Biosurfactant production and growth kinetics studies of the waste canola oil-degrading bacterium Rhodococcus erythropolis AQ5-07 from Antarctica

first_imgWith the progressive increase in human activities in the Antarctic region, the possibility of domestic oil spillage also increases. Developing means for the removal of oils, such as canola oil, from the environment and waste “grey” water using biological approaches is therefore desirable, since the thermal process of oil degradation is expensive and ineffective. Thus, in this study an indigenous cold-adapted Antarctic soil bacterium, Rhodococcus erythropolis strain AQ5-07, was screened for biosurfactant production ability using the multiple approaches of blood haemolysis, surface tension, emulsification index, oil spreading, drop collapse and “MATH” assay for cellular hydrophobicity. The growth kinetics of the bacterium containing different canola oil concentration was studied. The strain showed β-haemolysis on blood agar with a high emulsification index and low surface tension value of 91.5% and 25.14 mN/m, respectively. Of the models tested, the Haldane model provided the best description of the growth kinetics, although several models were similar in performance. Parameters obtained from the modelling were the maximum specific growth rate (qmax), concentration of substrate at the half maximum specific growth rate, Ks% (v/v) and the inhibition constant Ki% (v/v), with values of 0.142 h−1, 7.743% (v/v) and 0.399% (v/v), respectively. These biological coefficients are useful in predicting growth conditions for batch studies, and also relevant to “in field” bioremediation strategies where the concentration of oil might need to be diluted to non-toxic levels prior to remediation. Biosurfactants can also have application in enhanced oil recovery (EOR) under different environmental conditions.last_img read more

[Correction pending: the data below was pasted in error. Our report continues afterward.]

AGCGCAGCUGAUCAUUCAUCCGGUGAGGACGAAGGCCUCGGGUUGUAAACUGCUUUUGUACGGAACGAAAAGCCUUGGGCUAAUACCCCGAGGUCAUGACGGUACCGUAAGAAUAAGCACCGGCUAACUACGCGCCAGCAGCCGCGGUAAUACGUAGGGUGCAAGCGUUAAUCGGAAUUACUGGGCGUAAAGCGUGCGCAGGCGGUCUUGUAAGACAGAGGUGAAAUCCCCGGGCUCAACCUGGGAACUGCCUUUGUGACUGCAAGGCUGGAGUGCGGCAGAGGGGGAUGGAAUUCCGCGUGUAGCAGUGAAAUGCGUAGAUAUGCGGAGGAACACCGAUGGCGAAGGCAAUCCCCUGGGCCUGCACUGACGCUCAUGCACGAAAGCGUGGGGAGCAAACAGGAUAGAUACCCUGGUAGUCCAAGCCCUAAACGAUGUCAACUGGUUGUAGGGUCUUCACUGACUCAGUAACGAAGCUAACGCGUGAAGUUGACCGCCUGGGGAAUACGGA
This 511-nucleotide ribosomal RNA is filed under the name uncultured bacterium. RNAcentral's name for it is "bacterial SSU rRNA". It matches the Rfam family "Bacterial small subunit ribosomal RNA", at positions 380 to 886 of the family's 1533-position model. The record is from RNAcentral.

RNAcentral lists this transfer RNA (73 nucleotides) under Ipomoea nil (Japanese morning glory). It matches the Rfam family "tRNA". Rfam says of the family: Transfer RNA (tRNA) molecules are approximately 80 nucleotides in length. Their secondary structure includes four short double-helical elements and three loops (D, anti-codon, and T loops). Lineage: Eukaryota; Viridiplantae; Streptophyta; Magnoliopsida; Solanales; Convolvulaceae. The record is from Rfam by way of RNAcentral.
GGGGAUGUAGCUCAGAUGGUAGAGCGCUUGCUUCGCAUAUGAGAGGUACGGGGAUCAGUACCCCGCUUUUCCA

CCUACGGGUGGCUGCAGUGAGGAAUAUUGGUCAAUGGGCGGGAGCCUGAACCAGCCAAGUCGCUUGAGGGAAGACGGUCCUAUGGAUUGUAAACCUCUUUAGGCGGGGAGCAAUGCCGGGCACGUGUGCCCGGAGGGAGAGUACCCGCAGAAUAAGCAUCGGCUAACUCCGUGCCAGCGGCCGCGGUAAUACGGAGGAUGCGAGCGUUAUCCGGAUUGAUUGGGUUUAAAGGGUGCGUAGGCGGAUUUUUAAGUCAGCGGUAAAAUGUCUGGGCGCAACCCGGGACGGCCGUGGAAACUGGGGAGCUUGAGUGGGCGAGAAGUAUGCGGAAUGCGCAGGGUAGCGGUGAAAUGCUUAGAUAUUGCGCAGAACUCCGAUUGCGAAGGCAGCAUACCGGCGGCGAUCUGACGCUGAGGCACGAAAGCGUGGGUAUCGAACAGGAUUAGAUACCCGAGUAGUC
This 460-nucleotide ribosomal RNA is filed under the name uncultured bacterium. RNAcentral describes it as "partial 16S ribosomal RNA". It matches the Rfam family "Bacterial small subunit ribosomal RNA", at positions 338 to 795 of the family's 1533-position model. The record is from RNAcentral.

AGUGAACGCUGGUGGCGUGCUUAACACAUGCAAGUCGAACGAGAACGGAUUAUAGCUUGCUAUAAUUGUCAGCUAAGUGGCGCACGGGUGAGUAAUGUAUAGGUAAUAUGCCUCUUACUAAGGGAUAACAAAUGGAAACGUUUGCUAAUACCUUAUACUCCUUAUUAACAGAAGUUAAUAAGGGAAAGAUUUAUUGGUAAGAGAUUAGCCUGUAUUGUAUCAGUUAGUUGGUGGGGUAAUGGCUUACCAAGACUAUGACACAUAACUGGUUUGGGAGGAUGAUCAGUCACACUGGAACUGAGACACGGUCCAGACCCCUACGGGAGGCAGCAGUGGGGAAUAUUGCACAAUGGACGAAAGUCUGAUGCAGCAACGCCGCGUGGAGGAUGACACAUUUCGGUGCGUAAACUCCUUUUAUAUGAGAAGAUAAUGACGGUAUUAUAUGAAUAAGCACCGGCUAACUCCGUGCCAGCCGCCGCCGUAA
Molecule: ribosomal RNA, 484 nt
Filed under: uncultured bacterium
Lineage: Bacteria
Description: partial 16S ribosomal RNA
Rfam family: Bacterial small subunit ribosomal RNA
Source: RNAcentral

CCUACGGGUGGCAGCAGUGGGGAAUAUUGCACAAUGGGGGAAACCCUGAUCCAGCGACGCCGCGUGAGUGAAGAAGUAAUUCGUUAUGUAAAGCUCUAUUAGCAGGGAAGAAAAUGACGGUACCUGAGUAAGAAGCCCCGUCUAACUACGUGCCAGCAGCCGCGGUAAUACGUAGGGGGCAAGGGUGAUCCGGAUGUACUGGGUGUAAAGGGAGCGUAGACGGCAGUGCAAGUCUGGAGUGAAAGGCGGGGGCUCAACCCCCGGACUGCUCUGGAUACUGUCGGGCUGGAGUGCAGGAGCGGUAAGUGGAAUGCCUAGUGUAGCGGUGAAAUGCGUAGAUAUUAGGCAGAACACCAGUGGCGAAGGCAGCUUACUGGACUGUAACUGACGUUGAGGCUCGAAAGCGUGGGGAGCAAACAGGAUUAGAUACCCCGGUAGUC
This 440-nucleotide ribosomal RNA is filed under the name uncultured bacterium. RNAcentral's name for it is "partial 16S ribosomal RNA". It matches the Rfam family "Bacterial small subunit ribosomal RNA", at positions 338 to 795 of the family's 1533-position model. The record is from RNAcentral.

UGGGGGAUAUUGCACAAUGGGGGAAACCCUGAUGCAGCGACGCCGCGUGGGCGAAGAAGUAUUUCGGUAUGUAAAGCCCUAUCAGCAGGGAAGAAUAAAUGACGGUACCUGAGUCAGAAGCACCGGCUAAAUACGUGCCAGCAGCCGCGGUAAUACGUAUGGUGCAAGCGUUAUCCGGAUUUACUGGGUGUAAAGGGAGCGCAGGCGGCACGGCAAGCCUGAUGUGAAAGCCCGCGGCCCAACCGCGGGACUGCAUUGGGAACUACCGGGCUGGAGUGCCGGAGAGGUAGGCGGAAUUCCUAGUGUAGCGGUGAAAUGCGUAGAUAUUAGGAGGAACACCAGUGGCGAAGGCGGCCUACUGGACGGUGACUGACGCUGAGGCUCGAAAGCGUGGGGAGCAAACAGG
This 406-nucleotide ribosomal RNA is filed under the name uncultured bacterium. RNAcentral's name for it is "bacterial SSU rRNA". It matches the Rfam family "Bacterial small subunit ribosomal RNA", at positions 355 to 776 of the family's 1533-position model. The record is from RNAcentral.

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Ocean City Home Bank Donates to American Legion Building Fund

first_imgOcean City Home Bank presents a $500 check to the American Legion Morvay-Miley Post 524 in support of their building fund. After many years of serving the Ocean City community, Post 524 is looking to build a new home at 46th Street and West Avenue in Ocean City. The new facility will be designed to better serve current post members as well as future generations of veterans.Pictured from left to right:  Jack Hagan, American Legion; Jean Jacobson, Ocean City Home Bank;  John Quinn, American Legion; Bob Marzulli, Commander American Legion Post 524; Rob Cozen, American Legion Building Fundraising Chairman;  Katie Greck, Ocean City Home Bank;  Bill Cruise, American Legion;  Joe Rebl, American Legion;  and Ken Byerly, American Legion Building Committee Chairman.last_img

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